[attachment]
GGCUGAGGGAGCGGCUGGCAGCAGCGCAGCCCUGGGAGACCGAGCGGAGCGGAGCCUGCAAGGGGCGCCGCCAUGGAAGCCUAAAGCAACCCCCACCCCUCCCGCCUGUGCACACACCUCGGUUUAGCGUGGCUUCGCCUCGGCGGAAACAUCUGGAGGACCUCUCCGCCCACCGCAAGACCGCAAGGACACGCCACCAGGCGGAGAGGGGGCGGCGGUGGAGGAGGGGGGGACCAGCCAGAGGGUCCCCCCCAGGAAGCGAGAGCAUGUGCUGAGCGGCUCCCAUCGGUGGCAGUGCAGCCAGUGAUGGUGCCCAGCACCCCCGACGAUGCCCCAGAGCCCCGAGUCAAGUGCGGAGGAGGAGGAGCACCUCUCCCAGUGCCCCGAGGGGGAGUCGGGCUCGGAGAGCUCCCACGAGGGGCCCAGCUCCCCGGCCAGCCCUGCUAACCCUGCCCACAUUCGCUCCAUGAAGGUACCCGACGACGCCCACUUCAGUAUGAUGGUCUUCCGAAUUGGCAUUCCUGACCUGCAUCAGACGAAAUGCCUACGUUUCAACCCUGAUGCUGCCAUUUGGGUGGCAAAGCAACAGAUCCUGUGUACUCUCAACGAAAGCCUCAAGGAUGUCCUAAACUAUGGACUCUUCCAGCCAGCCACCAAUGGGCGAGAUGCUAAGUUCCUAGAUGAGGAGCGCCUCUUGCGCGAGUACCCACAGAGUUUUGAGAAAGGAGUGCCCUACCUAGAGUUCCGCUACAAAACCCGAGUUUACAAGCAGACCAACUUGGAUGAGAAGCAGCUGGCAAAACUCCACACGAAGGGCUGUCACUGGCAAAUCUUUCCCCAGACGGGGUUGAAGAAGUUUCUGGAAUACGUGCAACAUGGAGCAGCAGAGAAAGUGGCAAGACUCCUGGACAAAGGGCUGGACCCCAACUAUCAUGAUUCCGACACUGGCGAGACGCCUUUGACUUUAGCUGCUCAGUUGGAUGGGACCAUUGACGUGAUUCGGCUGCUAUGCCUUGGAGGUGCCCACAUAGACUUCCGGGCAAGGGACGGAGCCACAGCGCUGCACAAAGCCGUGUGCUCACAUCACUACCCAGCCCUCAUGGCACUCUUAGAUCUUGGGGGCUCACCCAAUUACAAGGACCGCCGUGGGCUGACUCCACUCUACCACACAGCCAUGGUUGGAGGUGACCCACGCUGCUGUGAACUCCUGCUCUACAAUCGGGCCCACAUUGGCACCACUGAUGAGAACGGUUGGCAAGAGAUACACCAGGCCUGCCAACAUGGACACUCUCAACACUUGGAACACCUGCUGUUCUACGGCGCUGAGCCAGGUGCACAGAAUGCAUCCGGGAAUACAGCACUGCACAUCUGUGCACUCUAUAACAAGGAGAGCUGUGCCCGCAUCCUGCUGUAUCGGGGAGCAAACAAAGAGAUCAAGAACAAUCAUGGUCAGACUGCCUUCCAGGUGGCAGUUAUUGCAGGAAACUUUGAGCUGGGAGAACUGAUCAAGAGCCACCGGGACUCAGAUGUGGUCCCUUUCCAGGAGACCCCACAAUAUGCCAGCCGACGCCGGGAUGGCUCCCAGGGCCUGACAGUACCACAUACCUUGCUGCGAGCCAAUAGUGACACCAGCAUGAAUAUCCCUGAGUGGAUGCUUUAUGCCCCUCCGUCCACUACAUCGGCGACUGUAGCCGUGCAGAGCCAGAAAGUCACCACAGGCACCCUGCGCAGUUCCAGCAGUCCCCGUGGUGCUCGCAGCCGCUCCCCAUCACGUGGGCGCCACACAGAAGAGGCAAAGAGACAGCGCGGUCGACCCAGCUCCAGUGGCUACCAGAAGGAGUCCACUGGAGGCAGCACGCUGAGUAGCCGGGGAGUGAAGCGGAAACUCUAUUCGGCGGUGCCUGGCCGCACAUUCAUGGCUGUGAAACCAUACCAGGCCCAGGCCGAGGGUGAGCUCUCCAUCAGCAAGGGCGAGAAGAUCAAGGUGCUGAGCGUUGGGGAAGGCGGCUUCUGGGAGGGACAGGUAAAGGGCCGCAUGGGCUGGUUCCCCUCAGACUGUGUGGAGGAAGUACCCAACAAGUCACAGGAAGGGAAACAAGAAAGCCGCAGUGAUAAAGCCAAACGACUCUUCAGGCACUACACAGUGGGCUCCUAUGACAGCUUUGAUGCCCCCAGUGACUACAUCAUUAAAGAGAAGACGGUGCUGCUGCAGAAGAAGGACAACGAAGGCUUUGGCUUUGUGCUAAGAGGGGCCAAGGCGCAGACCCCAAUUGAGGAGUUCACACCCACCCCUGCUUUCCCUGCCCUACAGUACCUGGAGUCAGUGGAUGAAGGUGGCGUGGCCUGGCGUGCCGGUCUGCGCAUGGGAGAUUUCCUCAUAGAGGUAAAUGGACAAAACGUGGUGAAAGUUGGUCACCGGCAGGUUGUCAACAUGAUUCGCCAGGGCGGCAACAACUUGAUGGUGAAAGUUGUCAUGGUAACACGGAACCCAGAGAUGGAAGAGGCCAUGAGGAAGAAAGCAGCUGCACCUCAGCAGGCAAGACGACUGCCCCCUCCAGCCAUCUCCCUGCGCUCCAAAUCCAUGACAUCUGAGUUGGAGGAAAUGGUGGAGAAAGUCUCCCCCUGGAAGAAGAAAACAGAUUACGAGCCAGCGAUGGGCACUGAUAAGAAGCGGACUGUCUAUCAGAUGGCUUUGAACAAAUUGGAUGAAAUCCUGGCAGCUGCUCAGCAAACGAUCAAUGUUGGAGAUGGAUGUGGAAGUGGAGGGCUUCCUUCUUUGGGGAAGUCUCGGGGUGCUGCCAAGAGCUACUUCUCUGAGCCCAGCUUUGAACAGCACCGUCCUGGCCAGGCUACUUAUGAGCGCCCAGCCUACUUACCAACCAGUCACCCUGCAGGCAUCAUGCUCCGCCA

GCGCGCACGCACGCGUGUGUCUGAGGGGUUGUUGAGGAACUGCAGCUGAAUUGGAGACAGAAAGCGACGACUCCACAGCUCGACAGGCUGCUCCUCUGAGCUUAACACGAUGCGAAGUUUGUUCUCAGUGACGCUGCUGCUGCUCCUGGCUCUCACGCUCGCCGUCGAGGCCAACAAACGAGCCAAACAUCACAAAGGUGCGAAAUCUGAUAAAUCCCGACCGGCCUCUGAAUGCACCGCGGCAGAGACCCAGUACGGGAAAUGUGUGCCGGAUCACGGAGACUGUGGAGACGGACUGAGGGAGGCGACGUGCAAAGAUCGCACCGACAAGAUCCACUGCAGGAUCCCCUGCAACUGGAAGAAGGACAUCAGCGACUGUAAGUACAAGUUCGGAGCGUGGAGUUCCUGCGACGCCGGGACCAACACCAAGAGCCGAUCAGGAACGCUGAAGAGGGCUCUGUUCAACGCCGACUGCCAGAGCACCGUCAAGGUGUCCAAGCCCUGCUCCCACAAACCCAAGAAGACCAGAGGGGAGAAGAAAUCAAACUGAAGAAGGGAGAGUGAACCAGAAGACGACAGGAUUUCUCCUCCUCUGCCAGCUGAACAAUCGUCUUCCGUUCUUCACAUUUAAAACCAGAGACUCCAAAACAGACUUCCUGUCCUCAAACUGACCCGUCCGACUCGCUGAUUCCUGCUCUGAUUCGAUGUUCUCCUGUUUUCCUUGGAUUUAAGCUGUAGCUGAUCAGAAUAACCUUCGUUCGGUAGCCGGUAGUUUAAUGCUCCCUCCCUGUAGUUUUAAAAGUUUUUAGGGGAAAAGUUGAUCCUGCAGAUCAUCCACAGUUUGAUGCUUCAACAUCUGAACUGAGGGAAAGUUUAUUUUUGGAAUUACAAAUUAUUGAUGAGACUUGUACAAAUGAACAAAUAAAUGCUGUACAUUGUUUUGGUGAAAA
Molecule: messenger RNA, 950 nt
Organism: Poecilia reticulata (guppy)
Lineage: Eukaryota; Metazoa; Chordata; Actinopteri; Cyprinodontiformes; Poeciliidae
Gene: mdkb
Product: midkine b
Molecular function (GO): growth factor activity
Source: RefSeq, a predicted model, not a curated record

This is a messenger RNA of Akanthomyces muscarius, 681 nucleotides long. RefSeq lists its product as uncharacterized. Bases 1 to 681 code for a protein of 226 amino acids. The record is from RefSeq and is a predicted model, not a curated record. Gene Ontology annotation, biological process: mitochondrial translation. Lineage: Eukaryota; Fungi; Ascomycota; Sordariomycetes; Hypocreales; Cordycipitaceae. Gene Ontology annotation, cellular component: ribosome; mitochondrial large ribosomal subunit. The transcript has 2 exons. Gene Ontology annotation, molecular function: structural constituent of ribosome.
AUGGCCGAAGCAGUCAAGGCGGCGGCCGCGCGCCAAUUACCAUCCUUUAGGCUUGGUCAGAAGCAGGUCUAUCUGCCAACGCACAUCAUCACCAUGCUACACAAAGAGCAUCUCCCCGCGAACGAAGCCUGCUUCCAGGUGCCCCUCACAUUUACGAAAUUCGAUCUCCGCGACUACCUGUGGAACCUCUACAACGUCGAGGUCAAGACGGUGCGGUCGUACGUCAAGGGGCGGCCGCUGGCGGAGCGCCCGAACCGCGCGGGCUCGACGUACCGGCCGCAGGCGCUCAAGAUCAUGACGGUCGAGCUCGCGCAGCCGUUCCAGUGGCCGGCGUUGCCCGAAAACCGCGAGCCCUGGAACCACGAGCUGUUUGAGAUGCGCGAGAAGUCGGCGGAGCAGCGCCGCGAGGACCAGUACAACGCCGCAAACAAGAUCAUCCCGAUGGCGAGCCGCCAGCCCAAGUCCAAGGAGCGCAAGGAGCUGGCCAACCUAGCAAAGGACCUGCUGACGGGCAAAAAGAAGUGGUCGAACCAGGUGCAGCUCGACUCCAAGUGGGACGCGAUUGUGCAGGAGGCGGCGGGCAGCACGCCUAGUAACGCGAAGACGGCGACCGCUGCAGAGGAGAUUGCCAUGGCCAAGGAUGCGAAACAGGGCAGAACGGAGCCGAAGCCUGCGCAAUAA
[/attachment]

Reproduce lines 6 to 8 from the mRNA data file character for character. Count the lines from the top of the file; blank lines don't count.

Gene: mdkb
Product: midkine b
Molecular function (GO): growth factor activity